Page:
INDIANAPOLIS – Mark Emmert kicked ass and took names Monday. He also took bowl games, scholarships, tens of millions of dollars, hundreds of victories and any last illusion of purity away from Penn State.
After atomizing a program that used to operate under the self-congratulatory motto of "Success With Honor," the man who had just swung the biggest hammer in NCAA presidential history sat down with Yahoo! Sports for an exclusive interview in the association's headquarters. He said Penn State could have been hit harder.
Emmert told Y! Sports that a multi-year suspension of the football program was "vigorously discussed" with members of the Division I Board of Directors. Ultimately, Penn State's willingness to take its medicine – commissioning, accepting and making public the damaging Freeh Commission report, and accepting massive NCAA penalties without due process – helped save the school from a complete shutdown of football for a season or longer, Emmert said.
"The resolve demonstrated by Penn State to get past this was very important in people's minds," he said.
Based on the damning contents of the school's own Freeh report and not an NCAA investigation, Penn State leaders signed an unprecedented "consent decree" that basically forfeited the school's right to appeal the crippling sanctions – a four-year postseason ban, four years of scholarship reductions and a $60 million fine intended to transfer football profit to funding victims of child sexual abuse. Emmert indicated that although Penn State went along, school officials were far from thrilled with the severity of the sanctions.
What if the school had not consented, and instead fought the NCAA?
"The board agreed we'd move forward anyway," Emmert said. "Probably with harsher penalties."
Consider this: NCAA vice president David Berst, a veteran of collegiate crime and punishment who personally announced Southern Methodist's so-called "death penalty" in 1987, labeled the Penn State sanctions "as severe as any I can recall." Now imagine them being worse.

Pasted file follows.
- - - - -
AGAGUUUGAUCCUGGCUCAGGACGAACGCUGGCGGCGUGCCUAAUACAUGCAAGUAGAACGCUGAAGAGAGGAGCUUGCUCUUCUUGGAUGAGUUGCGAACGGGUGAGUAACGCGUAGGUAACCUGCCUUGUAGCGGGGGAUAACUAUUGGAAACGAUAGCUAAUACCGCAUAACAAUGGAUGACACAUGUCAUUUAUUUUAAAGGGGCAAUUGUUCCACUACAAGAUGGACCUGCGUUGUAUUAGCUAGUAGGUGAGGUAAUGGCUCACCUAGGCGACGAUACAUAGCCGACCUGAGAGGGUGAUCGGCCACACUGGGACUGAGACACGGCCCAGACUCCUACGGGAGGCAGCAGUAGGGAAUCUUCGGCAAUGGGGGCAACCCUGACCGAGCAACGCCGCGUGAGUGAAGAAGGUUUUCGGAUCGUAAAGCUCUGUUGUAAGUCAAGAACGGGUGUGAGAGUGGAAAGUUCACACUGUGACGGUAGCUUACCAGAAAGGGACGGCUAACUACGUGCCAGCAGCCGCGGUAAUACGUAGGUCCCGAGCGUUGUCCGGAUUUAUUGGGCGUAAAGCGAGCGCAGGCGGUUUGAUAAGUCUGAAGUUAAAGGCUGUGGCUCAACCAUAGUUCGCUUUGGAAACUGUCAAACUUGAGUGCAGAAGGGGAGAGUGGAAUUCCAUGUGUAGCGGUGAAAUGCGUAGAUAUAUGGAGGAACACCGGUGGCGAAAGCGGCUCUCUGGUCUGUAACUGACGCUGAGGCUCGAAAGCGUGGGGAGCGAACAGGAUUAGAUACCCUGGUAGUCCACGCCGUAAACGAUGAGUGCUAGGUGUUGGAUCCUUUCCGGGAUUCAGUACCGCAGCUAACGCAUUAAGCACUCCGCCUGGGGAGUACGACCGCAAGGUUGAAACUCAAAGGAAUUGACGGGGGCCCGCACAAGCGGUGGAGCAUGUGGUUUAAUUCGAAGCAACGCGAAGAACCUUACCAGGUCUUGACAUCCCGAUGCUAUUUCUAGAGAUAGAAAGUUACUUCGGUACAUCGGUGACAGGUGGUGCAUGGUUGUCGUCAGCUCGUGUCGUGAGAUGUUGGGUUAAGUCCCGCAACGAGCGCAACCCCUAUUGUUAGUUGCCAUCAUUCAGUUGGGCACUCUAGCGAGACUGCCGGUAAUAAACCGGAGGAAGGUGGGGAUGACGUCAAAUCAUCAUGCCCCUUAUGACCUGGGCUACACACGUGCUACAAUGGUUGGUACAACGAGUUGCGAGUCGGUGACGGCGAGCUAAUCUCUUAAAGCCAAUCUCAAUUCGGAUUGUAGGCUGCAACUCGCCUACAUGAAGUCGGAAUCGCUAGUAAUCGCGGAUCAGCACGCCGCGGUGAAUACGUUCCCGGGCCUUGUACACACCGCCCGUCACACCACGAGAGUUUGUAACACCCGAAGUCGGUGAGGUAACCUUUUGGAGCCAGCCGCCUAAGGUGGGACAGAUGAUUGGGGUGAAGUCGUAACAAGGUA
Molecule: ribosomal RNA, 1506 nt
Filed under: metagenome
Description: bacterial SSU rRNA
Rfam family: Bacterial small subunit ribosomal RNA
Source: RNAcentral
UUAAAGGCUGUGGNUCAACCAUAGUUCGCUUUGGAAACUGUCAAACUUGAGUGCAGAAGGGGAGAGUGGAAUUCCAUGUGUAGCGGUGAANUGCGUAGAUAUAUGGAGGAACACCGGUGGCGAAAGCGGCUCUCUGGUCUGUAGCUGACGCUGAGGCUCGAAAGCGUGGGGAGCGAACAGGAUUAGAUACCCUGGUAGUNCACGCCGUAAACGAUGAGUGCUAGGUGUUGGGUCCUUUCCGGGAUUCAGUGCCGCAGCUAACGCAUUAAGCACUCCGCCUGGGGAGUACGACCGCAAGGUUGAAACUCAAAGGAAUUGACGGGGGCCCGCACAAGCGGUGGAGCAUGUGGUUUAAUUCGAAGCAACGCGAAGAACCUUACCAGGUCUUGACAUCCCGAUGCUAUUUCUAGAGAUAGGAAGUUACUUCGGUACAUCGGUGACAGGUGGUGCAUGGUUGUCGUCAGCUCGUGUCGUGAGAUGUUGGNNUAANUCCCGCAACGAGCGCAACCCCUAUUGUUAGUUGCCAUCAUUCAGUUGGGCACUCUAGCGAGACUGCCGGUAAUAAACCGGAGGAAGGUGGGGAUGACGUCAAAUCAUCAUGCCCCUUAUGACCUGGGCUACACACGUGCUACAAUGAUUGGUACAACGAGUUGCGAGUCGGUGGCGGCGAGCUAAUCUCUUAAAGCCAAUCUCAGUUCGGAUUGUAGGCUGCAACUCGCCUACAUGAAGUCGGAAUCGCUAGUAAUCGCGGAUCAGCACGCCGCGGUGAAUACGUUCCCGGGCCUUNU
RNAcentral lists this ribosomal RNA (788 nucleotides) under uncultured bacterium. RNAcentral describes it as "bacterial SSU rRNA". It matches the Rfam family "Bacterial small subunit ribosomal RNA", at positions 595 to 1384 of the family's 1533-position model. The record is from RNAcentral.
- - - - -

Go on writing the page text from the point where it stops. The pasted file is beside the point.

This is the new reality ushered in Monday: Two college athletic institutions saw their images recast. Penn State football's clean NCAA record, trumpeted for decades under Joe Paterno, is now officially tarnished. And a governing body often lampooned in recent years for being out of touch and too lenient now has renewed potency.
First, Penn State. Paterno, who died at age 85 in January, once was quoted as saying he didn't want to retire "and leave college football to the likes of Barry Switzer and Jackie Sherrill," identifying two scofflaws whose programs wound up on probation. Now Paterno's name joins theirs on the NCAA rap sheet. That was back when the Penn State superiority complex seemed legit.
Given what transpired from 2001 onward in State College, Pa., it's unfortunate that Switzer and Sherrill retired and left college football to Joe Paterno.
His is a fall from grace unlike any in collegiate history. Until last November, he was St. Joe, the most virtuous coach in American sports. Today he's considered by many the vilest of coaching villains. The black-and-white caricatures of Paterno ignore plenty of gray in between, but the epitaph is unforgiving.
The final, posthumous indignities came Sunday when the school removed his statue, and Monday when the NCAA removed 111 victories from his record-setting career total of 409.
That moves Paterno back to 298 and behind Eddie Robinson, Bobby Bowden, Bear Bryant and others to 12th on the all-time wins lists. Don't think that doesn't matter – the fact that Paterno refused to retire at a rational age hints at how he felt about his career victory total and place in the record books.